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Photo Credit: newsweek.com
Star 

 

This story begins with the unexpected find of  Star's stranded newborn brother, and develops into a tale of survival and hope.

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On January 7th, 2013 biologists collected the battered, scratched, and bruised body of a newborn killer whale from the windswept shore of Dungeness Spit in Washington State. The calf was transported for further examination to NOAA Fisheries in Seattle where a pathologist noted that the calf had suffered internal bleeding around his head, throat, tongue, right ear and brain.
 
Fluid had accumulated in his chest and abdomen, and tests revealed that even though he had taken a brief breath he had not lived long enough to nurse and receive any milk.

 

Inexplicably, there were a few stones in his stomach. His eyes and lips had been consumed by opportunistic predators before he was found.

Photo credit: NOAA Fisheries

The deep scratches that transect his body are rake marks made by the teeth of a whale, possibly from being supported to the surface by the mother.

 

Biologists theorize that these marks on newborns can also be from other family members assisting in difficult deliveries. 

Dungeness Spit is near Sequim, Washington
The remarkable story of an orphan whale
Photo credit:  The Center for Whale Research
Tests Reveal the Calf's Identity
 
Genetic tests revealed that the calf was an endangered Southern Resident orca.
Although the pathologist hasn't ruled out injuries associated with stranding, this unfortunate calf seems to have fallen into the pattern that is wreaking havoc on this population of whales. Researchers have found that as many as 69% of all known pregnancies in this endangered species are unsuccessful and a third of those fail towards the end of pregnancy or around the birth.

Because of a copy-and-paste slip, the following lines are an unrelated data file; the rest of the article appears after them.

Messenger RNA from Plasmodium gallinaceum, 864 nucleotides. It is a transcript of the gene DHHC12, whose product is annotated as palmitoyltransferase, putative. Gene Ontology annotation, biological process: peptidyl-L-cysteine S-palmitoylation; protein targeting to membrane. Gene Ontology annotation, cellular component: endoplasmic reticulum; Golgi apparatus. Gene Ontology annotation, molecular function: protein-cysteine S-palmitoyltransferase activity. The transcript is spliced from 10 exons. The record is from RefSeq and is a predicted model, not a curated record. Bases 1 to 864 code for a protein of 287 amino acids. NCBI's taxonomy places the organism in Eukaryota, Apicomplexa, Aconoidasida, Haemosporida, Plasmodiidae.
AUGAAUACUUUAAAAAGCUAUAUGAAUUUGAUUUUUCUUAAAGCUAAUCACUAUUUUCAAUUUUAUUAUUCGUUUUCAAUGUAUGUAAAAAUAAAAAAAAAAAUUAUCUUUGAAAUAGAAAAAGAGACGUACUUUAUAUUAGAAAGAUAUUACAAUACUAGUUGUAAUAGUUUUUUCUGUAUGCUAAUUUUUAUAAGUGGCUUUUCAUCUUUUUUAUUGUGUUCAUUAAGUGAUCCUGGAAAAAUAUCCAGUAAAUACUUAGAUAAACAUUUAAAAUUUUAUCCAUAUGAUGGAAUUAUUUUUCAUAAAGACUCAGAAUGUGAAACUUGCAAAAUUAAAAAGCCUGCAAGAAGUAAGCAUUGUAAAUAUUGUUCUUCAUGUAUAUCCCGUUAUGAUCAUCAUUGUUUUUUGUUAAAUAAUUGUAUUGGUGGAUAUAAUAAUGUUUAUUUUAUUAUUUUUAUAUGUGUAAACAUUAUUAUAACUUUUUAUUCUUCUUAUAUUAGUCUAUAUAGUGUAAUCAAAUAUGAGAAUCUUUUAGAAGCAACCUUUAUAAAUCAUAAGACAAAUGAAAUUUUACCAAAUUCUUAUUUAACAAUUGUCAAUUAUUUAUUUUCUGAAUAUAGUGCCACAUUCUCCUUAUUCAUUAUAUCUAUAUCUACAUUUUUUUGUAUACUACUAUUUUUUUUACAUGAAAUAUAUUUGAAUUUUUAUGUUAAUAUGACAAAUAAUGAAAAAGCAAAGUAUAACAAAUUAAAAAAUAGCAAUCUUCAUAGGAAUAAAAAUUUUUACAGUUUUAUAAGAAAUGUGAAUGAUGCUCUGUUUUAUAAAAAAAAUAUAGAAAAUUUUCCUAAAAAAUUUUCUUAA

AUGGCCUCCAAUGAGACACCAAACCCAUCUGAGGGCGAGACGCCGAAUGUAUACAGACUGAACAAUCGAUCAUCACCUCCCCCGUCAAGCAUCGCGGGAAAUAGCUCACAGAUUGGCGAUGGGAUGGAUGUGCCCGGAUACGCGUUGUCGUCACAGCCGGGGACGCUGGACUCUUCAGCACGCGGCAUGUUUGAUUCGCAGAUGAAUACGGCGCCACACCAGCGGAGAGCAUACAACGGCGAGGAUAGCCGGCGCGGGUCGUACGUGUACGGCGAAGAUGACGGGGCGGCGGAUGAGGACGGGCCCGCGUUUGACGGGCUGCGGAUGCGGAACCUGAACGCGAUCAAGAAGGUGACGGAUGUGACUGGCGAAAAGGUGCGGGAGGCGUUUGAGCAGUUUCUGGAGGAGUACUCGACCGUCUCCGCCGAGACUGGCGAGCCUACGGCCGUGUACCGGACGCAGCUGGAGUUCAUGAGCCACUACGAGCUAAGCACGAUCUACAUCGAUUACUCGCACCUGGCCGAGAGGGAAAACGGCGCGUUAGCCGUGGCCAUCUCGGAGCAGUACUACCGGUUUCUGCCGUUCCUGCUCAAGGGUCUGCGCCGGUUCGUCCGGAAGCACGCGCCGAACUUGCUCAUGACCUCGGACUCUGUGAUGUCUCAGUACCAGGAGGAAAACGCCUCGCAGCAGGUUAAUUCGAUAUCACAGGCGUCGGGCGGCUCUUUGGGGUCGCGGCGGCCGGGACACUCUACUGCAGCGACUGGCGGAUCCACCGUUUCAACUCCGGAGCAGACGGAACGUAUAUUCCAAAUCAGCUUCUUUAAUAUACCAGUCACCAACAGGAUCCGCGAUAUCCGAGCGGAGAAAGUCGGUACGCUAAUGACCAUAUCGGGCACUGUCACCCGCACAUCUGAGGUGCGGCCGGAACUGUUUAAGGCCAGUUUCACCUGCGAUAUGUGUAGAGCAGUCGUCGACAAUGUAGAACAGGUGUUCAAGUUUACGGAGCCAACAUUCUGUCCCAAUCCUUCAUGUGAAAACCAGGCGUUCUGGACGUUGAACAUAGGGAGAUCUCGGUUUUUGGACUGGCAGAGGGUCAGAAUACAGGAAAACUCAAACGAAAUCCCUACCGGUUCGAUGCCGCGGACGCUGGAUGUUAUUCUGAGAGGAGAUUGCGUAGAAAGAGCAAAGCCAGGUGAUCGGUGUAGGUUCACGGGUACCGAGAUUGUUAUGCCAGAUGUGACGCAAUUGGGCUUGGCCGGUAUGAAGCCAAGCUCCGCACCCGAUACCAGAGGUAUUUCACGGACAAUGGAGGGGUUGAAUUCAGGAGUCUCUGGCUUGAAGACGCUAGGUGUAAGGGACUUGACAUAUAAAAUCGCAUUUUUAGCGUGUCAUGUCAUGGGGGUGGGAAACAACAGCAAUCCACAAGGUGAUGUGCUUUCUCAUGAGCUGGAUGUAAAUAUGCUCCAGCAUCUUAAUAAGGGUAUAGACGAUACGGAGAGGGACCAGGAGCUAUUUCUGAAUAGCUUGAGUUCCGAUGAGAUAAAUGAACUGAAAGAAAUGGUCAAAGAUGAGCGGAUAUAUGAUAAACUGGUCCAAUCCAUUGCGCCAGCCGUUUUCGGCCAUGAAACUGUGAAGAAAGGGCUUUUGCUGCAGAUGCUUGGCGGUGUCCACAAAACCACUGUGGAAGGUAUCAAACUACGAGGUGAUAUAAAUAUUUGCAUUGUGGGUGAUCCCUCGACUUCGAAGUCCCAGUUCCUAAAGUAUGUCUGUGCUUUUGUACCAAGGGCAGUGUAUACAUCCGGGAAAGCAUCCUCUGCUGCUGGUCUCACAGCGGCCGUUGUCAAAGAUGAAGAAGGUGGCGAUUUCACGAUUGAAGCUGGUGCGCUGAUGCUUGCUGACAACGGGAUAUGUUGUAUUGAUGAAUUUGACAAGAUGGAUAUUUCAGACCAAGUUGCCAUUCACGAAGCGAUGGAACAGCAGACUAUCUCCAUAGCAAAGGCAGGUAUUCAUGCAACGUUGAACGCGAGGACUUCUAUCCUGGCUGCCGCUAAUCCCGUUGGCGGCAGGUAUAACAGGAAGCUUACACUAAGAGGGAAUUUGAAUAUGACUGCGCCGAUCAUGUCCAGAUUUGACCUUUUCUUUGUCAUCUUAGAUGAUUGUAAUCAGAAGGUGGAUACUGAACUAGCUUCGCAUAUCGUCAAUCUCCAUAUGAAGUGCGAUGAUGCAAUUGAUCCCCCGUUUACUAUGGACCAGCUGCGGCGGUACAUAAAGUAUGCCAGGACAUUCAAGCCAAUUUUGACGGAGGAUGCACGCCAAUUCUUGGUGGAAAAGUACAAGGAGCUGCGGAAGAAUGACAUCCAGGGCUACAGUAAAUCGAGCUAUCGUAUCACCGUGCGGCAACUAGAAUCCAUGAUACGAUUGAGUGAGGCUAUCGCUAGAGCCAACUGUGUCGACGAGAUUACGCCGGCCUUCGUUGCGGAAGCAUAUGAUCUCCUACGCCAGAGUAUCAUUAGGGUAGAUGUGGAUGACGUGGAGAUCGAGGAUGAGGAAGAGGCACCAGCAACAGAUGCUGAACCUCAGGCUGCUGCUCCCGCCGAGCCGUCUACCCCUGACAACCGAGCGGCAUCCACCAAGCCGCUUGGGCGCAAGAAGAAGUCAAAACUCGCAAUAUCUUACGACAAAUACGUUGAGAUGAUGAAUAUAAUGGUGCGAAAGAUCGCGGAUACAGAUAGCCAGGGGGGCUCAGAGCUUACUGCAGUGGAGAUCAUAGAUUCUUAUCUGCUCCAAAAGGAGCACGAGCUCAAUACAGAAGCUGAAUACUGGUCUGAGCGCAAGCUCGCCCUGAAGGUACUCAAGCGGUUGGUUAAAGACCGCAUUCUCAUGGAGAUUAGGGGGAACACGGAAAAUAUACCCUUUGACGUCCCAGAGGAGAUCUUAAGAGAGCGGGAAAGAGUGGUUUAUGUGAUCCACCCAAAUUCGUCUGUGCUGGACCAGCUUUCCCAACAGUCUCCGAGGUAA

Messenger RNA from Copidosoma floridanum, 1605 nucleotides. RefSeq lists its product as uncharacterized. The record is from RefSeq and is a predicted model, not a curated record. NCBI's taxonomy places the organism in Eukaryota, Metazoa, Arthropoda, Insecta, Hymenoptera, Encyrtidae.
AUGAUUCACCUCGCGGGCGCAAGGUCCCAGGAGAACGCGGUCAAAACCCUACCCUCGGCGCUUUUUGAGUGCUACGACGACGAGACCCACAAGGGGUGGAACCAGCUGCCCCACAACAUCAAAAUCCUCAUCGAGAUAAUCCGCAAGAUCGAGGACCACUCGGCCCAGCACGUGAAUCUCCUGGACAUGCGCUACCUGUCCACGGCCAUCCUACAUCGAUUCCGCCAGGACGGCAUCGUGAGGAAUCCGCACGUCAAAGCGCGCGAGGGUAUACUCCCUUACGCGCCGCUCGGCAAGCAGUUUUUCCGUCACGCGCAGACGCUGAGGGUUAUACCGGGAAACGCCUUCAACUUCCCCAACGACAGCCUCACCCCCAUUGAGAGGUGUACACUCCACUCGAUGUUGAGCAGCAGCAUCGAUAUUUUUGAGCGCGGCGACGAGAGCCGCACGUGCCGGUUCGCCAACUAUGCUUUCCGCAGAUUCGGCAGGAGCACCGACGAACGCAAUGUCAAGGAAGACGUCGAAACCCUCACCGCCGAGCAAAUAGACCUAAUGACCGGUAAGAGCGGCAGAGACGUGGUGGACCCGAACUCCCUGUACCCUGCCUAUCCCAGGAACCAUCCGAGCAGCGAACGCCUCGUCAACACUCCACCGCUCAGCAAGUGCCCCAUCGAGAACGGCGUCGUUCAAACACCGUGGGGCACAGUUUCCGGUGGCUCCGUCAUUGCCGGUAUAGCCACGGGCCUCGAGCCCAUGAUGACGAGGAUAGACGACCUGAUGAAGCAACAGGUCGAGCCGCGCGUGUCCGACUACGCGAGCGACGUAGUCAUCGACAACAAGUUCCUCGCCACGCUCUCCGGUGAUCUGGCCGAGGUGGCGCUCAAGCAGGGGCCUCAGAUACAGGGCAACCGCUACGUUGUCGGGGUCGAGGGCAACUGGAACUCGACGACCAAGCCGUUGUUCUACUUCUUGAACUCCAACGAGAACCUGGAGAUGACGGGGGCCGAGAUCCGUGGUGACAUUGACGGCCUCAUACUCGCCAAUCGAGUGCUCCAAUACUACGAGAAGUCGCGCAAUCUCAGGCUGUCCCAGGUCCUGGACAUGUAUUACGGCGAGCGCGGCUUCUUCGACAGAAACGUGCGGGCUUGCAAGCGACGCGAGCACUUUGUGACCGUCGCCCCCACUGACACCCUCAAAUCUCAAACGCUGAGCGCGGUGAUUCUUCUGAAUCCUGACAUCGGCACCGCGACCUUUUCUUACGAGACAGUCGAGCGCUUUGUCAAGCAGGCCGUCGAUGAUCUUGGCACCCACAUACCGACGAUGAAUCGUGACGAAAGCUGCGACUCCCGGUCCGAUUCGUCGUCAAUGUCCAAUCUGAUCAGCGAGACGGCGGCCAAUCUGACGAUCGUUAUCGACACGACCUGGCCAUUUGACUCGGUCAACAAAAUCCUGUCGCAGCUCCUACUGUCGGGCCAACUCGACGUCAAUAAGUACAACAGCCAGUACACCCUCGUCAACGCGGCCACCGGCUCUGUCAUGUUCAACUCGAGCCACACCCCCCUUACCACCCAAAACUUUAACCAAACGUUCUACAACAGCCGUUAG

Biologists have been cataloging these orcas for over 40 years and
could pinpoint the identity of his family -   his mother was
Polaris (J 28), his father was Mega (L41),
and he had a sister, Star (J 46).
 
Newborn Star (J 46) with her mother Polaris (J 28) in 2009.
Newborn orcas have an orange or yellow cast to their skin.
Photo credit:  The Center for Whale Research
In contrast to the deceased calf, Polaris' first calf Star had arrived in robust health, and within days was swimming hundreds of miles. Even so, it would be the struggles that awaited her that show us the challenges that these whales face, and how they rise up to meet them. 
When Star was born in 2009, she was first seen nestled by her mother’s side as her family swam past the shores of San Juan Island near the US/Canadian border.
 
The whales proceeded up to the Victoria, BC harbor before turning around and journeying down to the Seattle waterfront. While every new calf in the Southern Resident orca population is a cause for celebration, this family’s parade through the Salish Sea was unusual.
 
 
 
The sight of the new little orca brought accolades and cheers wherever they went, the calf already a little star living up to the name she would receive from the Center for Whale Research.
While it’s unusual for the Center to assign names other than the occasional nickname to whales, in 2009 they named a few of the new calves. Star was chosen to represent a public awareness effort to restore the Chinook salmon that these whales depend upon.
In a 2010 blog post, the Center’s senior scientist, Ken Balcomb, wrote “I earlier designated the new female calf J46 and called her “Star” for the starring role I hoped she would play in inspiring the public interested in conserving the fish resources needed for the entire SRKW population (and for humans),”
Photo credit: NOAA
Star's welcome to the world
Next: Star lives up to her name when fish are scarce and her mother is too sick to hunt.